It took us seven bone-jarring hours to wind our way down some 3,200 feet to Plateau Point (where I am impersonating Black Bart) and then back up again. Let me say that I now know why cowboys don’t jump off their horses to run and hug their sweethearts after a long day on the trail. The human body cannot recover from trauma that quickly. Don’t take my word for it, take a look at Marsha’s ”Mule Walk”.

I’m only looking this happy because most of my lower body is numb.

Down at Plateau Point we had lunch, rested the mules, and tried really hard not to fall into the Colorado River some 1200 feet below.

I learned so many things about “muling.” First and foremost, it’s probably not a good idea to eat a whole bag of dried apricots the day before you mule into the canyon.

Second, wearing lots of clothes isn’t a good thing either. (Neither is peeling most of them off when the hot flashes become continuous and then getting sunburned because you never thought that part of you would see the light of day when you dressed for a blizzard that morning.) Temperatures go from 30 at the rim to 90 about 500 feet down. (I dressed for the rim and got warm really fast.)

Third, give yourself time to adjust to a three-hour time change AND the high altitude.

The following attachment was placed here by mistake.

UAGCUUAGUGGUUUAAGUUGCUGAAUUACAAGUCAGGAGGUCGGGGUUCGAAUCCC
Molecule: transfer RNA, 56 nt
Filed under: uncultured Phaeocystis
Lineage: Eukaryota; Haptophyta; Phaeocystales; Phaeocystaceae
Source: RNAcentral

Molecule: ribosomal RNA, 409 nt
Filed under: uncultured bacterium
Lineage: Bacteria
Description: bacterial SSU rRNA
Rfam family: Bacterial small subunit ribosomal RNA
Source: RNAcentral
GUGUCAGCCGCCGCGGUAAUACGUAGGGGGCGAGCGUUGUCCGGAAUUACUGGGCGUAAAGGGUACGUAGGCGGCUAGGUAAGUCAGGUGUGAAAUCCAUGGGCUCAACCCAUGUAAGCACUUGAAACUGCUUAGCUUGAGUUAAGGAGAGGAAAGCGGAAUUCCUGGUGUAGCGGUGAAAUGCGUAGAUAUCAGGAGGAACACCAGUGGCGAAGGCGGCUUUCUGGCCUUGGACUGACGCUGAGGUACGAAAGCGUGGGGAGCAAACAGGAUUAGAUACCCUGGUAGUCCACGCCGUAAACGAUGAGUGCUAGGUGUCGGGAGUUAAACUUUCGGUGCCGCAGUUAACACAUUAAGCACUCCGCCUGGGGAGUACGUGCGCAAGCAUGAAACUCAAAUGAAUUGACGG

Fourth, you really have to drink a lot of water. Dry heat is so interesting. You don’t even realize you’re sweating. That’s what the paramedics told me. Yes, sometimes one’s purpose in life is to serve as an example to others of what not to do. We figured out all the things I did wrong on the 80-mile ambulance ride to the hospital in Flagstaff, the closest medical facility: dried fruit, over-dressing (all in black), sunburn, altitude, jet lag, not drinking enough water... Since acute dehydration shares a lot of symptoms with heart attacks in females, it was suggested that I not take any chances. I decided to be adult about it and get checked out.

Anyway, long story short, I’m just fine. A few hours on a saline drip did me a world of good. Marsha, however, has a few new gray hairs. She waved good-bye as the ambulance doors closed behind me, grabbed the keys to the rental car from our room, and actually beat us to the hospital where she was abundantly helpful. I feel so blessed to have had someone to share the mulies with, and just as blessed to have my very own ambulance chaser. Would I do it again? In a hot minute—except for the medical excursion. I’ll get it right next time.

Would you like to MULE the canyon? How about just looking at old pictures of other people muling?

There is a wonderful 40 minute DVD narrated by Wilford Brimley called “Grand Canyon Mule Ride: Is There a Dining Car on the Mule Train?” Order from Xanterra Mule Trip Videos/ P.O. Box 97/Grand Canyon, AZ 86023.